ReneSola provides two-year warranties for its solar modules against defects in materials and workmanship. And then it warrants the minimum power output for up to 20 years following the date of sale. "As a result of the long warranty periods, we bear the risk of extensive warranty claims long after we have sold our products and recognized revenues," the company notes in its annual report.

"We have been required to make assumptions regarding the durability and reliability of our solar modules. Our assumptions could prove to be materially different from the actual performance of our solar modules, causing us to incur substantial expense to repair or replace defective solar modules in the future... If our warranty provisions turn out to be inadequate, we may have to incur substantial expense to repair or replace defective products in the future... Any increase in the defect rate of our products would cause us to increase the amount of our warranty reserves and have a correspondingly negative impact on our operating results. Furthermore, widespread product failures may damage our market reputation, reduce our market share and cause our sales to decline."

The Warranty Chain

So far, we've been looking primarily at the solar panel manufacturers. But there are other types of components in the resulting systems, and the systems are not always sold to end users or installed by the manufacturers themselves. So there are both supplier relationships and contractor relationships that complicate the warranty picture.

In the June 16 newsletter, one of the new companies we profiled was Enphase Energy Inc., which manufactures the micro-inverter, an essential part of many small residential solar energy systems. In most installations, one inverter changes the direct current generated by multiple solar panels into the alternating current used by most household electrical appliances and machinery. But with the micro-inverter, each panel can get its own inverter. That can result in more power.

The point is, Enphase partners with the system designers and installers, which pass through its product warranties to the end user customers. And they also pass through the product warranties and the performance warranties of the solar panel manufacturers, such as those listed above. The designers and installers put the parts and components together into a complete system, and provide their own separate warranties on their workmanship, for which they are liable.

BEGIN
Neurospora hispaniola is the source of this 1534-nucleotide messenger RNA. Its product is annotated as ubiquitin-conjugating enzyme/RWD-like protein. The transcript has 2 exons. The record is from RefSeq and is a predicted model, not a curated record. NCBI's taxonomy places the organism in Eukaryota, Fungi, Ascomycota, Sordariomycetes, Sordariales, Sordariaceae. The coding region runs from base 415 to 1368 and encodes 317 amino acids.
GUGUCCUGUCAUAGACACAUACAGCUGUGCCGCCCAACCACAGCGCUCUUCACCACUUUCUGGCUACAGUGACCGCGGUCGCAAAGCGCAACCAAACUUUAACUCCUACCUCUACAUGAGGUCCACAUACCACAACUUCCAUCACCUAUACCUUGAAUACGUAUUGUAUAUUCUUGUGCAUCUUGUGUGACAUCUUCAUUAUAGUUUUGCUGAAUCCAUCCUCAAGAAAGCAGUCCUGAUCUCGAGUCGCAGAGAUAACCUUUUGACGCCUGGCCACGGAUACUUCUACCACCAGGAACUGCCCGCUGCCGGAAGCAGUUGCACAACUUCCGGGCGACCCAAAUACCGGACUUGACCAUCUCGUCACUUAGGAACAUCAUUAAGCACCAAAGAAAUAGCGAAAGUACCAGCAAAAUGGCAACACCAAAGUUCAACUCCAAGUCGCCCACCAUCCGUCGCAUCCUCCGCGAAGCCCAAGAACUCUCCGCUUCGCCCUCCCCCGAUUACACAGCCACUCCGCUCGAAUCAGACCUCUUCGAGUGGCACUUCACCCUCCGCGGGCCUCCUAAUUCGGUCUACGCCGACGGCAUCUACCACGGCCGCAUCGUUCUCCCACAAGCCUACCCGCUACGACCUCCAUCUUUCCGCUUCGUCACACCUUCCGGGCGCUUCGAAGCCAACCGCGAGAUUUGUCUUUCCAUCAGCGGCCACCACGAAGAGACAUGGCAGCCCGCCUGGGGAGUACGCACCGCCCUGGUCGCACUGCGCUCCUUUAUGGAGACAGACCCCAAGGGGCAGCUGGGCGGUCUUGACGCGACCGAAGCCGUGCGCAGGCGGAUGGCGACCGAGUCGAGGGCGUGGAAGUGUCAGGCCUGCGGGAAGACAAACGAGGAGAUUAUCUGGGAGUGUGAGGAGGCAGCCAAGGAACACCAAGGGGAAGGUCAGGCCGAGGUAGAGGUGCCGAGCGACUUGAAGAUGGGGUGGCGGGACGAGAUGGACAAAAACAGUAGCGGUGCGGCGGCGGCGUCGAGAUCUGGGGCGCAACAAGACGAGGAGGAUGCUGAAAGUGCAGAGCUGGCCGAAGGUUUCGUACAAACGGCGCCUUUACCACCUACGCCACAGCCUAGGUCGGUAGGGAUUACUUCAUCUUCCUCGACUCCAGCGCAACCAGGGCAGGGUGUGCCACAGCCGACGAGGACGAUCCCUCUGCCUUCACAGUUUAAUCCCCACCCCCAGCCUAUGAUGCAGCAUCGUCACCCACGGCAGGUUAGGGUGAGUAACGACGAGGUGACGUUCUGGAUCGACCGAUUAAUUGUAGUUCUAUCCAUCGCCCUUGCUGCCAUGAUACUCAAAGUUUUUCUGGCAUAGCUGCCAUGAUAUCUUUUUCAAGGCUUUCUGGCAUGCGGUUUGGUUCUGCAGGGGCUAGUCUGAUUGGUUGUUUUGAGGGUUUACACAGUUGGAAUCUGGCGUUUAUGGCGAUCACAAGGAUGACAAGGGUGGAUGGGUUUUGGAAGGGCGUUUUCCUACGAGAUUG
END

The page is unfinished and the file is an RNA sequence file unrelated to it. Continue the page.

In Figure 6, we see a reserves-to-claims ratio that for the past six years has varied from two to nine years while averaging only five years. This demonstrates a very high level of confidence in the reliability and longevity of the company's micro-inverters, whose warranties last much longer than five years.


Figure 6
Enphase Energy Inc.
Warranty Reserves, 2003-2015
(in US$ & months of claims paid)

Figure 6


Enphase offers a 25-year product warranty on its latest models and a 15-year warranty on its first- and second-generation micro-inverters. Meanwhile, if it were to cease operations today, its warranty reserves, at current levels of claims payments, would last for a bit over four years.

"While we offer warranties of up to 25 years, our micro-inverters have only been in use since mid-2008, when we first commenced commercial sales of our products. Although we conduct accelerated life cycle testing to measure performance and reliability, our micro-inverter systems have not been tested over the full warranty cycle and do not have a sufficient operating history to confirm how they will perform over their estimated useful life," the company notes in its annual report.

"We are required to make assumptions and apply judgments, based on our accelerated life cycle testing and the limited operating history of our products, regarding a number of factors, including the durability and reliability of our products, our anticipated rate of warranty claims and the costs of replacement of defective products. Our assumptions have proven and could in the future prove to be materially different from the actual performance of our products, which has caused and may in the future cause us to incur substantial expense to repair or replace defective products."

System Installers

It would be great if the system designers and installers were setting aside additional amounts of warranty reserves to pay for claims against their labor. But they're not. We checked the books of six of the largest installers -- Complete Solar Solution Inc.; OneRoof Energy Inc.; Sunrun Inc.; Sungevity Inc.; Verengo Inc.; and Vivint Solar Inc. -- and none had much to say about how they plan for future warranty liabilities.

Vivint said it had $300,000 in its warranty reserve and Sunrun said it had $1.1 million. The others said nothing. But at least Vivint was realistic about the future risks it faces. "As part of our operations and maintenance work, we provide a pass-through of the inverter and panel manufacturers warranty coverage to our customers, which generally range from 10 to 25 years. One or more of these third-party manufacturers could cease operations and no longer honor these warranties, leaving us to fulfill these potential obligations to our customers... We, either ourselves or through our investment funds, bear the cost of such major equipment," its annual report reveals.

That is, if the installer is still around when a claim comes in, and the manufacturer is not, then the installer will have to bear the cost of both the parts and labor involved in the repair or replacement. And given the thin level of reserves they maintain, that cost will have to come out of cash on hand, or from investors. This is something that end user customers need to understand: those extra-long warranties are worth nothing unless the funds are there to pay the claims decades from now.